Freddy Adu arrived in Tampa with his megawatt smile and brand new team, the best club in league history. 60 Minutes is working on a piece about him. The Washington Post dispatched a reporter to cover his debut.
Yes, Freddy Adu is here.
While Adu hasn't induced Richter-scale shockwaves at ESPN like A-Rod's trade to the Yankees, he has generated an unprecedented buzz in the American soccer community.
That buzz reaches north Tampa tonight, as the 14-year-old prodigy will play a preseason exhibition for D.C. United against the Kansas City Wizards at 7 at the USF Soccer Stadium.
"I haven't seen him play personally live so I'm really looking forward to it," said former Tampa Bay Rowdies player Mike Connell, who will be one of about 10 ex-Rowdies in attendance. "I caught some (videotape of Adu), but when you've only seen it in spots, it's hard to gauge him in 90-minute situations.
"It will be intriguing to see him playing at this level (against MLS players)."
It is Adu's third pro game. The first two were in Bradenton at IMG Academies, where D.C. is training and Adu attends school. In his debut Feb. 11 vs. the U.S. national team, Adu started and earned favorable reviews. He played the first half, on the wing as an attacking midfielder, during which D.C. controlled the action.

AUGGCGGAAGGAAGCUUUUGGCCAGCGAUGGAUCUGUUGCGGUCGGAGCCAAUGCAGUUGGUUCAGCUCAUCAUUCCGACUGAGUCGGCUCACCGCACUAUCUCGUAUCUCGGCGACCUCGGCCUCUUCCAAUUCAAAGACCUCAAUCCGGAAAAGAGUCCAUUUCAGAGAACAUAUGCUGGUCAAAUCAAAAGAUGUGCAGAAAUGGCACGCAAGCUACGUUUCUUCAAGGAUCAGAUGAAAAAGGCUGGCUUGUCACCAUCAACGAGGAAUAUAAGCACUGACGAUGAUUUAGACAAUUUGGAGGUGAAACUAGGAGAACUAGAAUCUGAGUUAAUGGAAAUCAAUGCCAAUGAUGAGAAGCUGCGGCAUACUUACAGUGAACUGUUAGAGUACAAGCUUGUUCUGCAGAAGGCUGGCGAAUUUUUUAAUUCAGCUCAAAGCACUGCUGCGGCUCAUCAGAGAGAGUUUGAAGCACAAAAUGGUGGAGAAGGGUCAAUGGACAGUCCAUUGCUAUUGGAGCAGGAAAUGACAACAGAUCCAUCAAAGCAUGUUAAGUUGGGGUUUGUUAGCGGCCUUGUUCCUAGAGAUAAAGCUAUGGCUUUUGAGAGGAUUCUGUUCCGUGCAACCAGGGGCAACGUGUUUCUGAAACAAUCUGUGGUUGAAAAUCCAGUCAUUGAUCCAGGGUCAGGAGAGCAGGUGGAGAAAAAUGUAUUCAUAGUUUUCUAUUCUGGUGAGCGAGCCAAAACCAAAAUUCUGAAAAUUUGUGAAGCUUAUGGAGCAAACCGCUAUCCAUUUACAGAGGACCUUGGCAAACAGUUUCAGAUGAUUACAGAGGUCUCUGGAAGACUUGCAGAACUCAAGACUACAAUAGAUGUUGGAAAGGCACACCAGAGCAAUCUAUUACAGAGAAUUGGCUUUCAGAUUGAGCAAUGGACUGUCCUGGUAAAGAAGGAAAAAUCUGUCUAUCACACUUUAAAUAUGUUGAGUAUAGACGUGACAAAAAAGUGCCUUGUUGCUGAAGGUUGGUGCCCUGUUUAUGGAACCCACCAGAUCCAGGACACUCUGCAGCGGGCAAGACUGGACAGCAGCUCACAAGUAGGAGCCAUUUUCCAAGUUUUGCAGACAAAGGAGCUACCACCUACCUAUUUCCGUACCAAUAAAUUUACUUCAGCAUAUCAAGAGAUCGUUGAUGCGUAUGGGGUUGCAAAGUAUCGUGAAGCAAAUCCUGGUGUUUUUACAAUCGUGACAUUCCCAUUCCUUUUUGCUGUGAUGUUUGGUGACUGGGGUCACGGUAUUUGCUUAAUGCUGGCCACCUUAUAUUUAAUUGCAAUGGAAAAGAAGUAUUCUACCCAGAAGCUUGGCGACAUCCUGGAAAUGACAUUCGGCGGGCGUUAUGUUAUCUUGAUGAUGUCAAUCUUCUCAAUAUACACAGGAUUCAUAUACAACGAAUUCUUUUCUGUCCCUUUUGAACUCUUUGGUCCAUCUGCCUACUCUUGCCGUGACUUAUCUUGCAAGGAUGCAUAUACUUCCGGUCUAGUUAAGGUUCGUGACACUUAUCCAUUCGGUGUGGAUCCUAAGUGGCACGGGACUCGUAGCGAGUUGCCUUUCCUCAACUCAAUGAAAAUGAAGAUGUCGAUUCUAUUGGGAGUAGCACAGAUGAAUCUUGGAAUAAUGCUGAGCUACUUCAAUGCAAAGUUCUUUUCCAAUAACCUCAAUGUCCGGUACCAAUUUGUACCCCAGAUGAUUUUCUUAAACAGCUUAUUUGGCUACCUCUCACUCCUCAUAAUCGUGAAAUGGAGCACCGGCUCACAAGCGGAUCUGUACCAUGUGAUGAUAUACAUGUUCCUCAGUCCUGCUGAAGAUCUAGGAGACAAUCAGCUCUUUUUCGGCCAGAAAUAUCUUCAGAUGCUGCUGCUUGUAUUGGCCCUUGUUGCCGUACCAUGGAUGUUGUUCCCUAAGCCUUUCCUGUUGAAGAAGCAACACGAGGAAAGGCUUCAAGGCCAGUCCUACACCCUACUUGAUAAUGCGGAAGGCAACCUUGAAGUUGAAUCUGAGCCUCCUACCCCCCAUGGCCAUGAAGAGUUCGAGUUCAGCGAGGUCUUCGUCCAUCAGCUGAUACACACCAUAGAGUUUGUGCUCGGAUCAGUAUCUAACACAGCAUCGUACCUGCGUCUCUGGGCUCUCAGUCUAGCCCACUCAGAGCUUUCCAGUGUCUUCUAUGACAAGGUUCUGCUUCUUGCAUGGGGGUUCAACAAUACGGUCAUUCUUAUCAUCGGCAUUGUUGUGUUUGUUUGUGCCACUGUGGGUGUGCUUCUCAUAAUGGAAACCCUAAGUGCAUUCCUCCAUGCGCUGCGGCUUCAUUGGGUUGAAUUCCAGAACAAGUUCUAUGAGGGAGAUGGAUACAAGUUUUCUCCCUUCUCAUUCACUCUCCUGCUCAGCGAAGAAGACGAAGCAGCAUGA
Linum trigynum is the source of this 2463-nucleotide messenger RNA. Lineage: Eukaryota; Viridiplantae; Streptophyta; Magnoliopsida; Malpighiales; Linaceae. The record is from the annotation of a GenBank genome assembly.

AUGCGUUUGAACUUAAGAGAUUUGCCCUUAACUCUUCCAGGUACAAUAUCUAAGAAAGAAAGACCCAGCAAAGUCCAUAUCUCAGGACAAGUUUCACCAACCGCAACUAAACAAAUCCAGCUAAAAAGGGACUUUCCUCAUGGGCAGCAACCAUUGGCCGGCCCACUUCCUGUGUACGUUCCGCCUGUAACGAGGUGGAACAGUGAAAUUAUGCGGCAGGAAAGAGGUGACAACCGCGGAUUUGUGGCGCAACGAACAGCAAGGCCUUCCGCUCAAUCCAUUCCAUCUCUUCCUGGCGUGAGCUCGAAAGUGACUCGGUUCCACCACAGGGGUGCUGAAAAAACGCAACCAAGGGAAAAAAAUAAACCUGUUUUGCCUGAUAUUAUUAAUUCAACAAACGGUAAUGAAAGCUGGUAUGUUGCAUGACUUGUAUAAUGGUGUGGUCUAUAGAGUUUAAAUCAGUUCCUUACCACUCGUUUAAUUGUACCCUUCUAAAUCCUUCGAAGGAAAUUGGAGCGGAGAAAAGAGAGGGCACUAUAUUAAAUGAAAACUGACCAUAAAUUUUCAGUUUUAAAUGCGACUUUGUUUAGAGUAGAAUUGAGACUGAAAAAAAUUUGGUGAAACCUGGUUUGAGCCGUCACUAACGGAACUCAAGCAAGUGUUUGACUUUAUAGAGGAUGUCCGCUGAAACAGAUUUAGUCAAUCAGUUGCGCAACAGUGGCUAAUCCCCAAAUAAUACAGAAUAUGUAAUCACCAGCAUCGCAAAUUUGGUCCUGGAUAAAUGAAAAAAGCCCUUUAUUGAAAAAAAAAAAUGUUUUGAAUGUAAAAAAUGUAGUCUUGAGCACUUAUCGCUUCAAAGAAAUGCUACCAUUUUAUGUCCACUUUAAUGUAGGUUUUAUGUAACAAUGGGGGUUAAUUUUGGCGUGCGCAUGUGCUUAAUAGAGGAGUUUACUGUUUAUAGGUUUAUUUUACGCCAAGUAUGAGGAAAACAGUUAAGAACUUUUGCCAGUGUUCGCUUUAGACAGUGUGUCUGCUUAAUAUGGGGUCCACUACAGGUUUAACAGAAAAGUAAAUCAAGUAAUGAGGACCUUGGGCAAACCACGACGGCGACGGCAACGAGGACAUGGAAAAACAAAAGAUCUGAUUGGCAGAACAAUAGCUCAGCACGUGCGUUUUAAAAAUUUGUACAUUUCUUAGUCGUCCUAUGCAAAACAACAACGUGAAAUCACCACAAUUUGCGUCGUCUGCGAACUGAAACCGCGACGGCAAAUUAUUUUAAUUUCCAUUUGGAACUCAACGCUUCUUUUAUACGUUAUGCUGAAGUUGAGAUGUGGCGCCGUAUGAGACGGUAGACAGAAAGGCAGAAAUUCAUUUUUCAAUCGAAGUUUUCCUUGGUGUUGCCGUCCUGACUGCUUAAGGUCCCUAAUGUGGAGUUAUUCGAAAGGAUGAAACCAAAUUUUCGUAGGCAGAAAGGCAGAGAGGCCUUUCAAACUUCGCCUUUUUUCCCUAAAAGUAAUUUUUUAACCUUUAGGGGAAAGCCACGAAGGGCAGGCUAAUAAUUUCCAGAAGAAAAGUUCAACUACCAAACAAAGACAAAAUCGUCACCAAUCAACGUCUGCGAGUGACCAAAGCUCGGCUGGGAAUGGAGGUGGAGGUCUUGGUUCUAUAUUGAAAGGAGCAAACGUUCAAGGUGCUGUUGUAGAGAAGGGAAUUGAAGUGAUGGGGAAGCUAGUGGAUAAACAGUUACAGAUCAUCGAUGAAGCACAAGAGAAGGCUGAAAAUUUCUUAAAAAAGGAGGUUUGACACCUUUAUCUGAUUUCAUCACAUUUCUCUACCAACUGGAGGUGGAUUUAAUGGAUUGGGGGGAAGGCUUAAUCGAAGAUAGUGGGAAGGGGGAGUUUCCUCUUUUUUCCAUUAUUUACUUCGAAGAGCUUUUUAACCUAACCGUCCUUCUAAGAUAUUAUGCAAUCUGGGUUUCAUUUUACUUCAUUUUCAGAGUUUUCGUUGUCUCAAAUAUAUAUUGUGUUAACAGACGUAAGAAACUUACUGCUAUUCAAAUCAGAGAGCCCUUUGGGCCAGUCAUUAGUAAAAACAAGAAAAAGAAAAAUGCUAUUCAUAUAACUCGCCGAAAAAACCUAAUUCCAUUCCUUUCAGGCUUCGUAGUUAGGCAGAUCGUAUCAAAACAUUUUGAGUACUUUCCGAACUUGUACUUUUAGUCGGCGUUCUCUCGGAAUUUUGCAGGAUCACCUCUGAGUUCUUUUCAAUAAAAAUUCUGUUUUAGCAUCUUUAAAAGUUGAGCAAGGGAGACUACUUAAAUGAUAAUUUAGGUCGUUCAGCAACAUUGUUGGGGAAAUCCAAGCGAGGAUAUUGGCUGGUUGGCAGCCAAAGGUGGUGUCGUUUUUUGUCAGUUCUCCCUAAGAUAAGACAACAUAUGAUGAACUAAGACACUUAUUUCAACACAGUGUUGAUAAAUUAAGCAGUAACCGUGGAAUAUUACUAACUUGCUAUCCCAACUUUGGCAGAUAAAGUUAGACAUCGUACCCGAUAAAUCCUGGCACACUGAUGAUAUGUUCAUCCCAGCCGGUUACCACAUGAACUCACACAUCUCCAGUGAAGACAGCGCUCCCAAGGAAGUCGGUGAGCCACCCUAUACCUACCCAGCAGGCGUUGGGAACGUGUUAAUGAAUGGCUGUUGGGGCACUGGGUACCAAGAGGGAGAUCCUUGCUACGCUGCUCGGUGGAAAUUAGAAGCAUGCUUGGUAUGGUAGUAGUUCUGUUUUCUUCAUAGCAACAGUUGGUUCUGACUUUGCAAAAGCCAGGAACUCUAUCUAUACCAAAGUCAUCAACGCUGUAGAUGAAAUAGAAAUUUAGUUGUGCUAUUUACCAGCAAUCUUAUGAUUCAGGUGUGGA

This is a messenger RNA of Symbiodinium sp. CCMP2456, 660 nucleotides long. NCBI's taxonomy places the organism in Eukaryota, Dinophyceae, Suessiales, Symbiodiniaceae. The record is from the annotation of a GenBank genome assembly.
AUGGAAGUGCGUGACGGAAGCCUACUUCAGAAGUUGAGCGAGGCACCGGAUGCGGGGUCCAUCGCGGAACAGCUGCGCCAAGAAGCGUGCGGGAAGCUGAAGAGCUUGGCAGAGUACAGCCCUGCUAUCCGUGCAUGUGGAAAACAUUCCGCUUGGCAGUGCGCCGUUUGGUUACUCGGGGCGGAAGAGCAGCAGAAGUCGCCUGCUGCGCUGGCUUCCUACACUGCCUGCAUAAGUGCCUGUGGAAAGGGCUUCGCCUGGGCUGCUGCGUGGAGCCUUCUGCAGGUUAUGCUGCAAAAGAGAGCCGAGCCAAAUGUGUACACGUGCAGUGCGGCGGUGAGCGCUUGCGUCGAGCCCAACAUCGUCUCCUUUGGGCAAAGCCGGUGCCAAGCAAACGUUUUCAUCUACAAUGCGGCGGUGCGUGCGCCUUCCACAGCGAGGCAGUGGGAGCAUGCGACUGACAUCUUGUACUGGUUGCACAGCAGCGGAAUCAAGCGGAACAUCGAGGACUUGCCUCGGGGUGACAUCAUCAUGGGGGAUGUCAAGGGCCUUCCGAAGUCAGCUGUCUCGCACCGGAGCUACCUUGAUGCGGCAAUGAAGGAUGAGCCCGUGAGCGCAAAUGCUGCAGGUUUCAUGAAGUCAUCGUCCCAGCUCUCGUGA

"(D.C.) Coach (Peter Nowak) told me after the game that I couldn't have done any better," Adu told the Washington Post. "So I guess that's a pretty good start."
Adu signed with United, three-time MLS champions, in the winter despite overtures from several top European clubs. He will earn roughly $500,000 in total compensation this season, far less than he could have made overseas. But he will be near his home in Maryland and his mother, Emelia.
Tonight's match, which benefits the USF soccer program, sold out the 3,860-seat venue and an additional few hundred seats have been added along the sidelines.
Because he is so young, properly nurturing Adu has been a concern. He is 5 feet 8, 145 pounds and the age-equivalent of high school freshmen. (Adu is on an accelerated academic program and is slated to graduate in May.)
"I just like to hope that Pete Nowak will guide and protect and take care of him," Connell said. "I feel for (Adu) because I think an awful lot of expectations are being placed on him."
His peers seem to have taken a shine to him, according to the Post.
"Freddy, man, you've got to take it easy on us," U.S. national team player Chris Klein said after the Feb. 11 game.
Adu's family won an immigration lottery and moved to Potomac, Md., from Ghana in 1997. He later moved to IMG Academies to train with the Under-17 residency program. Adu's remarkable talent has been known in soccer circles for a few years, and last summer the world caught a glimpse at the U-17 world championships in Finland. A midfield/forward, he is blessed with the total package of skills plus a splash of panache.
"Freddy's without a doubt the most talented kid we've ever seen at that age," U.S. national team coach Bruce Arena said last year.
The big question is if he will play tonight. The decision belongs to Nowak.